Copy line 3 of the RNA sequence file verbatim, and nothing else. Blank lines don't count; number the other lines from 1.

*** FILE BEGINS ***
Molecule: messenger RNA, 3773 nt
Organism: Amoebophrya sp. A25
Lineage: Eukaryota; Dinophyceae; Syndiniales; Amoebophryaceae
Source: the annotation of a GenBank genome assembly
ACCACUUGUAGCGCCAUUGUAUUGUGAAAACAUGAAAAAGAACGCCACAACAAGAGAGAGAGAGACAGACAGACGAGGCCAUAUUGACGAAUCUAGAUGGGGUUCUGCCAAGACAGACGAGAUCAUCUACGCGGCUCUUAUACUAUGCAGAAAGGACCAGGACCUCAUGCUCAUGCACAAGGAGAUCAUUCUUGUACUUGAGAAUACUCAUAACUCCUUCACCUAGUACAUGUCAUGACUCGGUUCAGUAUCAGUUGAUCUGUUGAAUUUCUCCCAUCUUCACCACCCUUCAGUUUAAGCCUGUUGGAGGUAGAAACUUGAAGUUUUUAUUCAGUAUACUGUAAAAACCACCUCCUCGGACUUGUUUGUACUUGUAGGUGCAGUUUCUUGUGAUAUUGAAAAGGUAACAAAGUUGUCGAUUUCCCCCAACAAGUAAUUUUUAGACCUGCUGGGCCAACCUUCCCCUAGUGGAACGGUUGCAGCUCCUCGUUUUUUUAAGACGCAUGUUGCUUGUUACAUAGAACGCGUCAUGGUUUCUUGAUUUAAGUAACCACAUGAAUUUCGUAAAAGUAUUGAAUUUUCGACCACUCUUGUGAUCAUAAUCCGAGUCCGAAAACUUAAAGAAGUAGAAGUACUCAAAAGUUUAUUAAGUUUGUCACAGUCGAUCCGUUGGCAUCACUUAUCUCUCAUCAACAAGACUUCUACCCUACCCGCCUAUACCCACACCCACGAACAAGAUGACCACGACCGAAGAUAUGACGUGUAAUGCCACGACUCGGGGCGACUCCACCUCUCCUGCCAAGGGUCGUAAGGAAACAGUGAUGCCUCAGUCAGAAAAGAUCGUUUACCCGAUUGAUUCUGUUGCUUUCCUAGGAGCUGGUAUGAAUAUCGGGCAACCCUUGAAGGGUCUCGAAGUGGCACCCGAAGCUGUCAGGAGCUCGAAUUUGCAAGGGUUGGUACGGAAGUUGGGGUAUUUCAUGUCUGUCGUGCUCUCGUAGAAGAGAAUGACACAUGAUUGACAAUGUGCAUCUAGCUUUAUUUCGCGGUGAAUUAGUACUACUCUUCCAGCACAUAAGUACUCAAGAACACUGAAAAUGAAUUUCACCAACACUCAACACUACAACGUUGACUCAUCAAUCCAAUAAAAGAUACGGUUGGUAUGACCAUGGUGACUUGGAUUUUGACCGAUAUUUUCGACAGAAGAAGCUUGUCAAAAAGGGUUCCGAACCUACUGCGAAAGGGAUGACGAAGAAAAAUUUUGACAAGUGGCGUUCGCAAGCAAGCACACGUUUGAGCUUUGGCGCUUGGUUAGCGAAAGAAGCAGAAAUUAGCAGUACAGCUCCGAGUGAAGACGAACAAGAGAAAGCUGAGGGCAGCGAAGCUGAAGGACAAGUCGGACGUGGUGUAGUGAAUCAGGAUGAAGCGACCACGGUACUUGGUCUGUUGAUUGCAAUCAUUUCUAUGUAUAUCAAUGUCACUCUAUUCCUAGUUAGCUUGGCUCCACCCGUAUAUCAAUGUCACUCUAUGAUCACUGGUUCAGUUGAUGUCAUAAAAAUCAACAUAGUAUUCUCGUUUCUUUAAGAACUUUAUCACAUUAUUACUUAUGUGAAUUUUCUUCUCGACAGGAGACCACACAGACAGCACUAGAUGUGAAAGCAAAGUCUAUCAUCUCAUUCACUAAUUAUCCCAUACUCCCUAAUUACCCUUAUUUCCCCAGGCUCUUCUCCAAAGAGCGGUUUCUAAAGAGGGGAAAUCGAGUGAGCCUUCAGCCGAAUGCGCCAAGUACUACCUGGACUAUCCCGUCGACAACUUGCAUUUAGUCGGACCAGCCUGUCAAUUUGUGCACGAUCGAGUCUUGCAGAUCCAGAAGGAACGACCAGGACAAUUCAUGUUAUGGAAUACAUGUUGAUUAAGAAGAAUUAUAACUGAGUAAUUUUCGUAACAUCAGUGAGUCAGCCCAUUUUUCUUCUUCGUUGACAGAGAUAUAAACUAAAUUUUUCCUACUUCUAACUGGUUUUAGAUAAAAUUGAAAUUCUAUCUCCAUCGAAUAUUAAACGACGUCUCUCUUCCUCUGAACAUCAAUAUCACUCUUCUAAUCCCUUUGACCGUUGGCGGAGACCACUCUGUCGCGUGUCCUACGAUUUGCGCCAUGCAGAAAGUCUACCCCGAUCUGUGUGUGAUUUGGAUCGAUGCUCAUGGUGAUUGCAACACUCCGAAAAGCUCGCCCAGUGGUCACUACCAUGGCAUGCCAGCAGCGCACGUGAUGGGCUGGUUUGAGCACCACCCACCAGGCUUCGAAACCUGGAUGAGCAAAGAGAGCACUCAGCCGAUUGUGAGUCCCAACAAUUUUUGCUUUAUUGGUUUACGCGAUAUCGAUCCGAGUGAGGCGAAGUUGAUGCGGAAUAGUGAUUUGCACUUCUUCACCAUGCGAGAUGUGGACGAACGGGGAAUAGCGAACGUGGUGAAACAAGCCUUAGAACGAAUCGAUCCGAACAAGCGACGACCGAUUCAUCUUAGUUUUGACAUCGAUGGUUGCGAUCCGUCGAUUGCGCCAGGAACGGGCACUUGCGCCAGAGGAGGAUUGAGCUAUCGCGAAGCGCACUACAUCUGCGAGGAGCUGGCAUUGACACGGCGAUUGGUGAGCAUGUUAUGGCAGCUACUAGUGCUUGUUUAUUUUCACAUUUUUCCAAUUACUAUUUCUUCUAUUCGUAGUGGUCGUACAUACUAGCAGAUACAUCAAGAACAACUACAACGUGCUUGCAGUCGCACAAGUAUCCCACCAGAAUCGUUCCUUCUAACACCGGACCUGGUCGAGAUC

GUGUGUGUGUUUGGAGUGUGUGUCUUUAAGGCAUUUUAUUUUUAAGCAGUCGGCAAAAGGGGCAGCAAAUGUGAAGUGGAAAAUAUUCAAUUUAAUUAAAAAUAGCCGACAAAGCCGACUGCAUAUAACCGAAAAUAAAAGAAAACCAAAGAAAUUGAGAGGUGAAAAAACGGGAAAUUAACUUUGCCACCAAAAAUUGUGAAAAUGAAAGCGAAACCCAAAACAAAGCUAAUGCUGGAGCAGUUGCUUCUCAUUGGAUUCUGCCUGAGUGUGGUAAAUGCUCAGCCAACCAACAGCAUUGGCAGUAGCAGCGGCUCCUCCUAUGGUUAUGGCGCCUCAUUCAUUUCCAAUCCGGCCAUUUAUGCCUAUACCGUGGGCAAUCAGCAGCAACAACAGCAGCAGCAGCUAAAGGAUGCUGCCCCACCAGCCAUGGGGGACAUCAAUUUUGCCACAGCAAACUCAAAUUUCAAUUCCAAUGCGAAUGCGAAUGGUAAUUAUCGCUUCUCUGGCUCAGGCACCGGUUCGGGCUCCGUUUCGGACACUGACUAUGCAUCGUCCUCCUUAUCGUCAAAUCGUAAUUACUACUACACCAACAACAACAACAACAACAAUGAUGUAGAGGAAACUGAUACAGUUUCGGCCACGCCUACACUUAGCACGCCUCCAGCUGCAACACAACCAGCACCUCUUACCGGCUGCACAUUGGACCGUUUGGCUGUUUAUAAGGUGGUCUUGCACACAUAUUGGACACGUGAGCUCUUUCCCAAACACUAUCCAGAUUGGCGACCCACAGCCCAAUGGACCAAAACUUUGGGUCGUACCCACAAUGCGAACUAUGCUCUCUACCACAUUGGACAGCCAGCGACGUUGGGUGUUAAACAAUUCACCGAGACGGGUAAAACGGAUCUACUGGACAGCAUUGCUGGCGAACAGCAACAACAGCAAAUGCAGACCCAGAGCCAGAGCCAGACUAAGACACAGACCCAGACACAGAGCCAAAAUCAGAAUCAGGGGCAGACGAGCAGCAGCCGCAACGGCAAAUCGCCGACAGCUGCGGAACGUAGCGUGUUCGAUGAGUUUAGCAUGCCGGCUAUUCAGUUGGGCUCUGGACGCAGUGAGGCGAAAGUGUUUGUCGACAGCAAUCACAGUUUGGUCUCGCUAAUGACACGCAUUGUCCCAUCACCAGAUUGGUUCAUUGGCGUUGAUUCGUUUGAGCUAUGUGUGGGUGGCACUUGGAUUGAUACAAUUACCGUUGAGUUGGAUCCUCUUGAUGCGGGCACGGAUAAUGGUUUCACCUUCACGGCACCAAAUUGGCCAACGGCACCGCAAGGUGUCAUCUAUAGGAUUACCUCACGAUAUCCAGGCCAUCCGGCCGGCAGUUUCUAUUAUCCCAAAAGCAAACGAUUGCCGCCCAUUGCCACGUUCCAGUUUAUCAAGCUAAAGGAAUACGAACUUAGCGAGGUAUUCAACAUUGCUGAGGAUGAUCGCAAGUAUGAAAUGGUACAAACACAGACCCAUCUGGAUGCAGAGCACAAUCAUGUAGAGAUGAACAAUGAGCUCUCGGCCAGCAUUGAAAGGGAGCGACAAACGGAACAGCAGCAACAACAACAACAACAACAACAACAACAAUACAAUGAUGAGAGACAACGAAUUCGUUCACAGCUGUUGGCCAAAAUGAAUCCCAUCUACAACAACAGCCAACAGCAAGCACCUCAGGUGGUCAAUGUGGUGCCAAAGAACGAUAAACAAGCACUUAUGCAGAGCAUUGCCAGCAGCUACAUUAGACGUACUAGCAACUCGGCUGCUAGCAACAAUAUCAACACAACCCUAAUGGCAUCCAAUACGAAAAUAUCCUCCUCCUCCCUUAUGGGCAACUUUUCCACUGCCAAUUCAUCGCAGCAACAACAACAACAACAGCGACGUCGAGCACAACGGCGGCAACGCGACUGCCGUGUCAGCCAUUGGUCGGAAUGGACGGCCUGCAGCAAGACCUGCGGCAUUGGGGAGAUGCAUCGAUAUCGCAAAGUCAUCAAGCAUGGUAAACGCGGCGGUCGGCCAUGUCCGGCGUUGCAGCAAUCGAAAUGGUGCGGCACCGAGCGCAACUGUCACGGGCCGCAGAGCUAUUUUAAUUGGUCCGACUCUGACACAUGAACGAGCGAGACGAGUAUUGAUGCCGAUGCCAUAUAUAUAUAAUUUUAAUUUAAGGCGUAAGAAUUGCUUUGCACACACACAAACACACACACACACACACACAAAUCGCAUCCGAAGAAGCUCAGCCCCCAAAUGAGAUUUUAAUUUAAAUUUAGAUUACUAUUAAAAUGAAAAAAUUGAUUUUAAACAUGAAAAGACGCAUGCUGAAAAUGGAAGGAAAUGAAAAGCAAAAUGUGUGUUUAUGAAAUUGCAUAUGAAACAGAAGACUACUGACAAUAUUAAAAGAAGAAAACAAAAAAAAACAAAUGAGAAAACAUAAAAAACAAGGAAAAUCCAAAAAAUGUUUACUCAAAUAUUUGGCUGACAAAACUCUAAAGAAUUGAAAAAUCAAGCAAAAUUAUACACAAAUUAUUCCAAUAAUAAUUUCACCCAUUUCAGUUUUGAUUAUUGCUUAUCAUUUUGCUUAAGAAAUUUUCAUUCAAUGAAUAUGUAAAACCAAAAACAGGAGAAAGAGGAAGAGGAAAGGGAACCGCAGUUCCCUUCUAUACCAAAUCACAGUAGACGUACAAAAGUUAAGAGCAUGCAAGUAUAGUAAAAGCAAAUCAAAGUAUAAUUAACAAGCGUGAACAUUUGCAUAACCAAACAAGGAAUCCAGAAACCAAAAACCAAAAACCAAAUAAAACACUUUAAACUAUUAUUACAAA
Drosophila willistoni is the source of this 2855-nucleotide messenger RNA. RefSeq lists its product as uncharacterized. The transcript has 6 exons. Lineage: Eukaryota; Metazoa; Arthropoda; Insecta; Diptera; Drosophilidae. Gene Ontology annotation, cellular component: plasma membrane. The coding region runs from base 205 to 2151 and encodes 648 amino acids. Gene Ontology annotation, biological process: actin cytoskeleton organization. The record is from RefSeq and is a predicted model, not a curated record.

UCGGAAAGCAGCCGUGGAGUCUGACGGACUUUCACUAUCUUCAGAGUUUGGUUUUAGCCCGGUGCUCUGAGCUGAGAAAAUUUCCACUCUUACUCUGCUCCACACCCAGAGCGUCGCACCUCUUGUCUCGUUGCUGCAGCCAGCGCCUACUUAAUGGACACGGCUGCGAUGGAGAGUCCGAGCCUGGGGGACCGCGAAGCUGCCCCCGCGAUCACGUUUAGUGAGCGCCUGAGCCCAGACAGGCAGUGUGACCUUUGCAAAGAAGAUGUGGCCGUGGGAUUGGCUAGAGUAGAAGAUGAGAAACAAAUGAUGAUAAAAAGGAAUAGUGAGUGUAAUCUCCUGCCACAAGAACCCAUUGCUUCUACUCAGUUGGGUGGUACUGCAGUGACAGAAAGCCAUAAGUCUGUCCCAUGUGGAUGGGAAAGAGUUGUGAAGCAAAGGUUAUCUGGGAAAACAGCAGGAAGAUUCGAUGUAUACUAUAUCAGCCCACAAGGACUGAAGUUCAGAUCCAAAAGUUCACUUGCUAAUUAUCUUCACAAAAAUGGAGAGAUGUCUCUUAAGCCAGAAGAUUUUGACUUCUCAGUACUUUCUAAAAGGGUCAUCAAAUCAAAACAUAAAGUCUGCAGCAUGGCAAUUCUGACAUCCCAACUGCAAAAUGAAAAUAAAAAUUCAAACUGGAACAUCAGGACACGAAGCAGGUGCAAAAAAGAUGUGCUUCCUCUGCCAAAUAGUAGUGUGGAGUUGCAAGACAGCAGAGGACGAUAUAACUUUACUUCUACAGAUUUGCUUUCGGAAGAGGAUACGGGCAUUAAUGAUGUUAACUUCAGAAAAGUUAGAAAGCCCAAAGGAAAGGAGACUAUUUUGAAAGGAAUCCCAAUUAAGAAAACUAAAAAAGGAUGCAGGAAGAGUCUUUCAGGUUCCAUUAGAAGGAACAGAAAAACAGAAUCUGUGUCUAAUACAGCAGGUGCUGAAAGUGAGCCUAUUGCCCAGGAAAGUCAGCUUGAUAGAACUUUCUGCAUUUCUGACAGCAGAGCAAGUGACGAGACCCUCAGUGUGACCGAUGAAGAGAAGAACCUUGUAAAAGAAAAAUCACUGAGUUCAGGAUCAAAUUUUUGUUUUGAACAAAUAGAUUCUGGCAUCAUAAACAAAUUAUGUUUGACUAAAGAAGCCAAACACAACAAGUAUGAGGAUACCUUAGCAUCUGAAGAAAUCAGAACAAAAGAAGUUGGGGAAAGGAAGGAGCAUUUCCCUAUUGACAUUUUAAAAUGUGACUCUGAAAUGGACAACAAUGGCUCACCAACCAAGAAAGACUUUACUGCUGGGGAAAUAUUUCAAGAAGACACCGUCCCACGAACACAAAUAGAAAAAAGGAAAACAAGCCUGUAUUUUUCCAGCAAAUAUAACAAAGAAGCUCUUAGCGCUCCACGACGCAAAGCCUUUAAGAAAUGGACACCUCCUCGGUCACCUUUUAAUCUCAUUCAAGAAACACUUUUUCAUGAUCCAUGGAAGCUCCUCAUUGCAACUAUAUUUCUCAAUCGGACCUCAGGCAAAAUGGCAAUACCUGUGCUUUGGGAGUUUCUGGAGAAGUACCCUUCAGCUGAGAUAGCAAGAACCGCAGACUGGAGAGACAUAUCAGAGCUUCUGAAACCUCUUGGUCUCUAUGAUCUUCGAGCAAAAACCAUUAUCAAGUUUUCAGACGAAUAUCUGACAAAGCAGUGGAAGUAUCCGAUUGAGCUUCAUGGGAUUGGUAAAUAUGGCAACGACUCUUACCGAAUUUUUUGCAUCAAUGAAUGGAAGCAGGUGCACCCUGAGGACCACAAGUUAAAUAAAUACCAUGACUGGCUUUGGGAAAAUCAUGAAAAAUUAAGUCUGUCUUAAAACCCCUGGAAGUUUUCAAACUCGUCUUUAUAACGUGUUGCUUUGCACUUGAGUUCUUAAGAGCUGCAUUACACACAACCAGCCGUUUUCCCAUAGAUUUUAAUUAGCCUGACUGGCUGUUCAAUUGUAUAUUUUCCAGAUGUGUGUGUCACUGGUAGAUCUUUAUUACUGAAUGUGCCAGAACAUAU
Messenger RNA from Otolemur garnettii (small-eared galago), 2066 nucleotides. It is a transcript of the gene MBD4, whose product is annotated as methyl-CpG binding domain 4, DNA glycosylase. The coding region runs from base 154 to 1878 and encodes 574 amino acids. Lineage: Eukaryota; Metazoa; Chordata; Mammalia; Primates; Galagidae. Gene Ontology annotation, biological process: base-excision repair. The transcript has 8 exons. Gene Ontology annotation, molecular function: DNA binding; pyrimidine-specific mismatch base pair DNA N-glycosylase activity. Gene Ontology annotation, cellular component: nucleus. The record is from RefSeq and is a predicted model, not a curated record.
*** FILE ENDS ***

Lineage: Eukaryota; Dinophyceae; Syndiniales; Amoebophryaceae